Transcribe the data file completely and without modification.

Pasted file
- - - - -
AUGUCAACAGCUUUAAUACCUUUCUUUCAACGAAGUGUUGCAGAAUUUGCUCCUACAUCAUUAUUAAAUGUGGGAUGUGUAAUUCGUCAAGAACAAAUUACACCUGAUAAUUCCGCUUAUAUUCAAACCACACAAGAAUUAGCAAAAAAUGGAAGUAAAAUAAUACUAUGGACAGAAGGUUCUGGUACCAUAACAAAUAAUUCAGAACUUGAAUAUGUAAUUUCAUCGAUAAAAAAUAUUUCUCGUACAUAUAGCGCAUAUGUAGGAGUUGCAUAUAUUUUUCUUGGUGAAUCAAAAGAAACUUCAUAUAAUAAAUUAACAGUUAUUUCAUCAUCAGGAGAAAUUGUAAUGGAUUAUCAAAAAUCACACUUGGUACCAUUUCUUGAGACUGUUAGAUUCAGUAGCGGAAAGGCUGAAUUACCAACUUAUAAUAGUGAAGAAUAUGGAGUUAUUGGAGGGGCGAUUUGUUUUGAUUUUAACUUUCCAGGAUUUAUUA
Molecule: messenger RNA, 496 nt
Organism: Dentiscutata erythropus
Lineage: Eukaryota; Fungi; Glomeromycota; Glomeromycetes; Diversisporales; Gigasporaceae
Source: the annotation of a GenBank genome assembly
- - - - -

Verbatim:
AUGUCAACAGCUUUAAUACCUUUCUUUCAACGAAGUGUUGCAGAAUUUGCUCCUACAUCAUUAUUAAAUGUGGGAUGUGUAAUUCGUCAAGAACAAAUUACACCUGAUAAUUCCGCUUAUAUUCAAACCACACAAGAAUUAGCAAAAAAUGGAAGUAAAAUAAUACUAUGGACAGAAGGUUCUGGUACCAUAACAAAUAAUUCAGAACUUGAAUAUGUAAUUUCAUCGAUAAAAAAUAUUUCUCGUACAUAUAGCGCAUAUGUAGGAGUUGCAUAUAUUUUUCUUGGUGAAUCAAAAGAAACUUCAUAUAAUAAAUUAACAGUUAUUUCAUCAUCAGGAGAAAUUGUAAUGGAUUAUCAAAAAUCACACUUGGUACCAUUUCUUGAGACUGUUAGAUUCAGUAGCGGAAAGGCUGAAUUACCAACUUAUAAUAGUGAAGAAUAUGGAGUUAUUGGAGGGGCGAUUUGUUUUGAUUUUAACUUUCCAGGAUUUAUUA
Molecule: messenger RNA, 496 nt
Organism: Dentiscutata erythropus
Lineage: Eukaryota; Fungi; Glomeromycota; Glomeromycetes; Diversisporales; Gigasporaceae
Source: the annotation of a GenBank genome assembly